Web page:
Making Your Black Friday a Little Greener, Keys to an Eco-Friendly Holiday Season

© [imtmphoto] / Adobe Stock

Happy Thanksgiving from all of us at GreenChoice! If you aren’t already in a food coma, here are some holiday consumer facts and suggestions for how you can have a more sustainable holiday while living your values:

In 2017, 174 million Americans shopped on Black Friday weekend (between Thanksgiving day and through Cyber Monday). The average per person spending over the five-day weekend was $335.47 with older millennials (ages 25-34) spending the most per person, $419.52. A consumer survey found that those who shopped both online and in-store spent $82 more on average than those who shopped via just one channel (NRF).

Before you head out to pick up gifts for your loved ones, think about the stores that you are going to be making a purchase from. Do their values line up with yours? Every time we make a purchase we are voting with our values, choosing to support that company and their practices. It can be easy to overlook negative practices for convenience sake or to secure the best deal but we encourage you to take the time to think about where your gifts came from this year.

© [luckakcul] / Adobe Stock

Due to the fact that the holidays have become so commercialized and centered around food, it is also a time where we generate a tremendous amount of waste. During the time between Thanksgiving and New Years, Americans throw away 25 percent more garbage which equates to 25 million tons of trash (Stanford). In addition, Americans discard nearly $11 million of packing materials and 15 million used Christmas trees (NEEF).

The discarded holiday materials wind up in landfills where it, like all waste, undergoes bacterial decomposition. This process releases various greenhouse gasses including carbon dioxide and methane into our atmosphere. Landfills account for the third-largest source of human-related methane emissions in the USA (NEEF). Methane is particularly harmful to the environment, it is 28 to 36 times more effective at trapping heat in the atmosphere than carbon dioxide (EPA).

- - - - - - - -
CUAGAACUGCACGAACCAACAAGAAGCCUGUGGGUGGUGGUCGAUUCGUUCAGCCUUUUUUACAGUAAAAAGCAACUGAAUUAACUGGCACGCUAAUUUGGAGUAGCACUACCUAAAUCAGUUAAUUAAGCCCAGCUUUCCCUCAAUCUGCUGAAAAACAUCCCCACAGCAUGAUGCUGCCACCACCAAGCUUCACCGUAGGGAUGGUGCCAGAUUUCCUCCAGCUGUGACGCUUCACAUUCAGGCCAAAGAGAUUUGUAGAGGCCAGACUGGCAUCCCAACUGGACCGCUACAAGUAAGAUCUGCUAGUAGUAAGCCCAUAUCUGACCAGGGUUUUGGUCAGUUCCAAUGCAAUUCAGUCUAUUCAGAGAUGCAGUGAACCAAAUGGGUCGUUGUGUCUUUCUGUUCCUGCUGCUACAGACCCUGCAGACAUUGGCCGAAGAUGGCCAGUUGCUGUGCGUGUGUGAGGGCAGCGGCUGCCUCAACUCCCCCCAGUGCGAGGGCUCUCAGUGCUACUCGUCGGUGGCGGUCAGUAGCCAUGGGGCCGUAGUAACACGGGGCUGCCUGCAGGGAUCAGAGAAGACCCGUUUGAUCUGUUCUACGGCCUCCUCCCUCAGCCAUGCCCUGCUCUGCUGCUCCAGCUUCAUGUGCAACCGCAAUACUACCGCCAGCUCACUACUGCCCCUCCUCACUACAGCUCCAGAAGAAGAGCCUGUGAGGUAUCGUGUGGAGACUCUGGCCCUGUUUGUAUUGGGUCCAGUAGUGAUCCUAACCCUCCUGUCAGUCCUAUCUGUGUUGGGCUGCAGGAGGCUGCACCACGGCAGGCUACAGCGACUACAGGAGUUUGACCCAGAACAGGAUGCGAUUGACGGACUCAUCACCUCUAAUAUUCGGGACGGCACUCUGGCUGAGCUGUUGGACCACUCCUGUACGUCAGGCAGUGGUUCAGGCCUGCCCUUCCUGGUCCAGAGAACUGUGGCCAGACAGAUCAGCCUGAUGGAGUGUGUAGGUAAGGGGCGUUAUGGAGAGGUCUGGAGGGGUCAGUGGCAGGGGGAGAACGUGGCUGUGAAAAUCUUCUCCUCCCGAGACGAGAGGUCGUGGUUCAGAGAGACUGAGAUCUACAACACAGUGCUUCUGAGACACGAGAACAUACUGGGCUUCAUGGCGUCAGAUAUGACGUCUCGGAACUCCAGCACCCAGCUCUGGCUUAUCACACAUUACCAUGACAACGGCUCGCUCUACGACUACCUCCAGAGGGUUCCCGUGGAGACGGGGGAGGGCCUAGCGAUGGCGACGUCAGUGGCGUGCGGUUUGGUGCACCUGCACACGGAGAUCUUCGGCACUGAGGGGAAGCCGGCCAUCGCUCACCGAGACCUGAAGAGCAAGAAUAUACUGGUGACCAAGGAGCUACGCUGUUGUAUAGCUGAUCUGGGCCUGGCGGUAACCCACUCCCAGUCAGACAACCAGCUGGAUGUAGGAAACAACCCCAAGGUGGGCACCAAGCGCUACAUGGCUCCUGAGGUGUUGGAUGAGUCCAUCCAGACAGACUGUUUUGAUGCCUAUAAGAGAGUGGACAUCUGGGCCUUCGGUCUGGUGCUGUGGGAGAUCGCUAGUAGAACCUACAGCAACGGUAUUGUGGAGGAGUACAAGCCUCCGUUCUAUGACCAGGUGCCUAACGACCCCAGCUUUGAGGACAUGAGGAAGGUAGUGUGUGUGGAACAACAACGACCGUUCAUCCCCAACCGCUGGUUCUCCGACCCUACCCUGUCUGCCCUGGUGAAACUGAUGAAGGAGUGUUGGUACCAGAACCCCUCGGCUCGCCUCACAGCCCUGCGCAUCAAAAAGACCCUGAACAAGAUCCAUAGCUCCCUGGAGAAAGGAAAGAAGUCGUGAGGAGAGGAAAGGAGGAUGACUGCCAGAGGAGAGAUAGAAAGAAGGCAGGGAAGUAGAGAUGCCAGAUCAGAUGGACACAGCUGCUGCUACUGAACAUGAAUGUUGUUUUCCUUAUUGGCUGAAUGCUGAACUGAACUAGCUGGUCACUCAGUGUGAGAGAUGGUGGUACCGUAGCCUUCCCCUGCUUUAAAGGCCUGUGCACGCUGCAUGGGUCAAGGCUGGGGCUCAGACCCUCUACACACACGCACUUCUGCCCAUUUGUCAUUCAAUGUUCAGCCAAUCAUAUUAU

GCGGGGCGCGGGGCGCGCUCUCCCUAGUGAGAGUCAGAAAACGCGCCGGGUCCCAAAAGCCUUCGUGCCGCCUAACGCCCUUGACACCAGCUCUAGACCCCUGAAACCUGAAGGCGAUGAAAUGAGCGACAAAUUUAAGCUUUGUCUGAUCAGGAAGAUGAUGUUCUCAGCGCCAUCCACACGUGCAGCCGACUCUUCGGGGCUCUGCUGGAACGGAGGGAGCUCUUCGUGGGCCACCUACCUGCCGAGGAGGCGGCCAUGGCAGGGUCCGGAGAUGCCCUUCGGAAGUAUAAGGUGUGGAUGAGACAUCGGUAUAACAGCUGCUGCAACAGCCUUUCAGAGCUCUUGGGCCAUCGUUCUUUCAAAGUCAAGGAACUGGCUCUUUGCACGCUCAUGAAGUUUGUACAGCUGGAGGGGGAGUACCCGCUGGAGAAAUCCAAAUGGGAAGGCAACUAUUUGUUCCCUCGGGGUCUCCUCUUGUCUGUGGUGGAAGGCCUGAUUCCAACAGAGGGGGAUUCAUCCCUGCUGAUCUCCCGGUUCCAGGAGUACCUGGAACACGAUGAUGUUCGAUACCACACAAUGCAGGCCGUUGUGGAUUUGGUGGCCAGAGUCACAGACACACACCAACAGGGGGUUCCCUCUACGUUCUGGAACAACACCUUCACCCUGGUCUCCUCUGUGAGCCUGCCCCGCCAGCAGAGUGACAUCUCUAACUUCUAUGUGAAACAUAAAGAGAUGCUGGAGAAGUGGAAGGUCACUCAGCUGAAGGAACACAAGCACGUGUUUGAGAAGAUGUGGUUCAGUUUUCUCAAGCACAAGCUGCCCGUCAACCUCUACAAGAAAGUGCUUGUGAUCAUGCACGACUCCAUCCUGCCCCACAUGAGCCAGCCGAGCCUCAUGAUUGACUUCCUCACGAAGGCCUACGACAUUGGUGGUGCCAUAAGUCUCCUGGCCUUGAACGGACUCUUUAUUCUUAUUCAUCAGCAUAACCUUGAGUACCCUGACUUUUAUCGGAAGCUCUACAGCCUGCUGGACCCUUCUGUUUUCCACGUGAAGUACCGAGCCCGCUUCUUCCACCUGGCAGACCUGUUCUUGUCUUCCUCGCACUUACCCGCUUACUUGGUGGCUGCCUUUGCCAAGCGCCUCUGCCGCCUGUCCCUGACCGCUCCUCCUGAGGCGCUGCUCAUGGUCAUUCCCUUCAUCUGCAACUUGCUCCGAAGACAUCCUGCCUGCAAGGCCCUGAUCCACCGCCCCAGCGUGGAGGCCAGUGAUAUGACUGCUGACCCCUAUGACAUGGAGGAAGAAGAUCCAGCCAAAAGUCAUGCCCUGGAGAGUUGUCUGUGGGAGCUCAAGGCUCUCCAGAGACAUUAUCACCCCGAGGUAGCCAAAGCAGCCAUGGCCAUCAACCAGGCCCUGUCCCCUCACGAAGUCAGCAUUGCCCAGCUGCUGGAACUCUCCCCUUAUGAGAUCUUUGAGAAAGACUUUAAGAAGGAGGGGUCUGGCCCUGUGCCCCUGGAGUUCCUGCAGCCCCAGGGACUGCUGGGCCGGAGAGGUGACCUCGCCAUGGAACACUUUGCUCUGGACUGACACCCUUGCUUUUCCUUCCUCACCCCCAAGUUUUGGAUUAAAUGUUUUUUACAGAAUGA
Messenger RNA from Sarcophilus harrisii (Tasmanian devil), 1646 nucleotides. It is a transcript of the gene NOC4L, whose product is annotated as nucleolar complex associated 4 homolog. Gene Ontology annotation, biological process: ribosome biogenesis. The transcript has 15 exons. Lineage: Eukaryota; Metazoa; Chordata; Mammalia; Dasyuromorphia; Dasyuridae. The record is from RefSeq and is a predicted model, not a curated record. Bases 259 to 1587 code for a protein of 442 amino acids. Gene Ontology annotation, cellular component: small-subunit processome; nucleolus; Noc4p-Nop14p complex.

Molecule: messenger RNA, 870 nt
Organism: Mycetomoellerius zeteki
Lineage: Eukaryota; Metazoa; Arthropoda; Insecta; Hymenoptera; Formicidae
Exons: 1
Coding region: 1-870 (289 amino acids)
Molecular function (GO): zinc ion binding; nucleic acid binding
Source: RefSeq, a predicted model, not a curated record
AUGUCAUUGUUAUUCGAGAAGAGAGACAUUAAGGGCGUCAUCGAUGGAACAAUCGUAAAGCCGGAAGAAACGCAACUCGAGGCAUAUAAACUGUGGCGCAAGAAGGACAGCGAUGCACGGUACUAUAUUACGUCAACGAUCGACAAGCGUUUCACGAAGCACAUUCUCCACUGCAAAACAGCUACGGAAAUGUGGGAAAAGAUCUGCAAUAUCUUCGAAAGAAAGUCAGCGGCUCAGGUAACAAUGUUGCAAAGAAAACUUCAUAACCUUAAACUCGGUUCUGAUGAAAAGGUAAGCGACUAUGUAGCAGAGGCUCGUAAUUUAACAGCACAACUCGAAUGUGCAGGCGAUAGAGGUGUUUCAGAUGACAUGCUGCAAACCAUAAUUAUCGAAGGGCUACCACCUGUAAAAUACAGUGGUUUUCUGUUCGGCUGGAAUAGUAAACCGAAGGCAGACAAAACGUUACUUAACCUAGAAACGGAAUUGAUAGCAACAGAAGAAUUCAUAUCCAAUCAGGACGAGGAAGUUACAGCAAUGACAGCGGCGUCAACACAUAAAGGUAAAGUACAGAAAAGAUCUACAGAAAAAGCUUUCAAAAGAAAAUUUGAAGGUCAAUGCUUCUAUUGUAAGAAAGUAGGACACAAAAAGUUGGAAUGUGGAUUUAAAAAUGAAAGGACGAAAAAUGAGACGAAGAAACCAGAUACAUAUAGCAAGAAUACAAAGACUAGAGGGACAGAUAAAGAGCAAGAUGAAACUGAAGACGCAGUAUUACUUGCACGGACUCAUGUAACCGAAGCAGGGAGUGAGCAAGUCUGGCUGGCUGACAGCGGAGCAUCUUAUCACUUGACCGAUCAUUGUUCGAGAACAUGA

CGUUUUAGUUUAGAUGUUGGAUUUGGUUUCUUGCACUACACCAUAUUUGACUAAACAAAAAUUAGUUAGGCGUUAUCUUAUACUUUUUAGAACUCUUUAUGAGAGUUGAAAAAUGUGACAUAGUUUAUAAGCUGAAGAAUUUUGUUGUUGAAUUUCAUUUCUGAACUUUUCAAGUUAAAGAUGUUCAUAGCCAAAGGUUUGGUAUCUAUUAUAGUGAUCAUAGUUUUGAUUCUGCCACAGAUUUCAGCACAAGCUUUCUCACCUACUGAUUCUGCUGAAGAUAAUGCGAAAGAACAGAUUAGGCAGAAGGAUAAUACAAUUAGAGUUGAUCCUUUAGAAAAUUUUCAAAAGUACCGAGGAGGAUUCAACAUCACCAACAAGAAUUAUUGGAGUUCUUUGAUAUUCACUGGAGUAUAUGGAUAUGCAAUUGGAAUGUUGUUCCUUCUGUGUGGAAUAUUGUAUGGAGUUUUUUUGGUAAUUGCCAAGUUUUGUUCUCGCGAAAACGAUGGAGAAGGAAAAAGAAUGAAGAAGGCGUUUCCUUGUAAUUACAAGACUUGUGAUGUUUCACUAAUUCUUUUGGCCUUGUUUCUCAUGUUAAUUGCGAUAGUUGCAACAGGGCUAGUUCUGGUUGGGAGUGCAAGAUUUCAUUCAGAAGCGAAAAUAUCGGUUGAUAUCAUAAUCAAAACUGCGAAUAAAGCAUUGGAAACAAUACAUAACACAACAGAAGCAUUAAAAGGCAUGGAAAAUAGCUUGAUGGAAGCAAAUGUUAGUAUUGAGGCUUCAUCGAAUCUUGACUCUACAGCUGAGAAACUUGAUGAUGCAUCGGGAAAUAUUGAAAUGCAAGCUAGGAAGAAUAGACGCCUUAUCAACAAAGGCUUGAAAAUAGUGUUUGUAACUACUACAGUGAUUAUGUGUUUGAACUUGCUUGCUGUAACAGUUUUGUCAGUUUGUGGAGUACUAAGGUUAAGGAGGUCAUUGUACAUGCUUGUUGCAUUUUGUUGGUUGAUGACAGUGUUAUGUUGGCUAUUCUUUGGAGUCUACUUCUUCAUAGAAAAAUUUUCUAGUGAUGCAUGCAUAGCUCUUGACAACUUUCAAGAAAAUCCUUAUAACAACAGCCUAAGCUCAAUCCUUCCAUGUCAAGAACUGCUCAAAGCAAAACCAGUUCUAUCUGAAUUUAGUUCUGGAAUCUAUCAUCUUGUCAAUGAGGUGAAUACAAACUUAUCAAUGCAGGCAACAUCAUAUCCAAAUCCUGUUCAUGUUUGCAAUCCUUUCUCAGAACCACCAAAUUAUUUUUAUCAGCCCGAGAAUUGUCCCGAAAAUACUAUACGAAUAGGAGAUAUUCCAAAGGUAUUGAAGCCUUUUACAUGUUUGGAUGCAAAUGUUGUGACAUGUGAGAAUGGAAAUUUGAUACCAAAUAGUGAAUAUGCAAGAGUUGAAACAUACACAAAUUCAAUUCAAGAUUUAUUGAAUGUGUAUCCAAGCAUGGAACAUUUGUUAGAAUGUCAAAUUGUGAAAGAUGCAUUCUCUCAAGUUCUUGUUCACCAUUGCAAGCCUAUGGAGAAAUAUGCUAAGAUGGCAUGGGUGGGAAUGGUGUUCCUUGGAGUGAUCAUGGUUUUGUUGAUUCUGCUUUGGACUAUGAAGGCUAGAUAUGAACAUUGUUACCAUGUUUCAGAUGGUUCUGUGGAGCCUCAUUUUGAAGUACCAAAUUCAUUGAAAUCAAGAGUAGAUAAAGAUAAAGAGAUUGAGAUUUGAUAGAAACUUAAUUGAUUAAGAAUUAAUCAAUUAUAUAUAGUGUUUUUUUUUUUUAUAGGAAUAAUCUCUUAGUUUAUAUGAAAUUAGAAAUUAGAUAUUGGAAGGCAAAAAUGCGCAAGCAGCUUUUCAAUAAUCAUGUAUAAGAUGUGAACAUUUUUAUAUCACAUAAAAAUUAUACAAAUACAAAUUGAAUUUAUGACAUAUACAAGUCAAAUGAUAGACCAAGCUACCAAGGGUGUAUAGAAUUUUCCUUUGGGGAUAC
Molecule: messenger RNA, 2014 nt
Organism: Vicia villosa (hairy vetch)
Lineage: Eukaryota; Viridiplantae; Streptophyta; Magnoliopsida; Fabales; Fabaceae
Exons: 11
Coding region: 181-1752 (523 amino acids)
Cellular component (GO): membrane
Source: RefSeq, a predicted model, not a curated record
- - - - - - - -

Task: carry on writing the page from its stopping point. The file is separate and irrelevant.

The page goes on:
Keeping these things in mind, here are some suggestions for how you can be kinder to the environment this holiday season:

  • Give the gift of experience: travel, go to a sporting or art event, give memberships to things (athletic clubs, health spas, amusement parks, etc.)

  • Hand-make gifts instead of buying them, if you can use recycled materials, even better!

  • If you’re not crafty, look for companies that use recycled or up-cycled materials

  • Use reusable plates, cutlery, cups, napkins when at holiday gatherings

  • Compost your food waste, donate it untouched leftovers, or recycle food waste as animal food (provided it is safe for animals to consume)

  • Consider sending e-cards for the holidays instead of paper ones

  • Wrap presents in newspaper or colorful magazine pages. Save in-tact wrapping paper when opening gifts to recycle next year.

  • Mulch your Christmas trees instead of tossing them in the trash when the holiday is over

If you are interested in more information on shopping your values, check out this NPR interview with columnists David Sirota and Mario Loyola.


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GC Content Writer: Rilee Dubilo


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GreenChoice is a free app that empowers you to buy the best food products for YOU and the planet, based on your dietary preferences and values. We analyze products' impact on your health and the environment to help you make purchases that match your personal needs.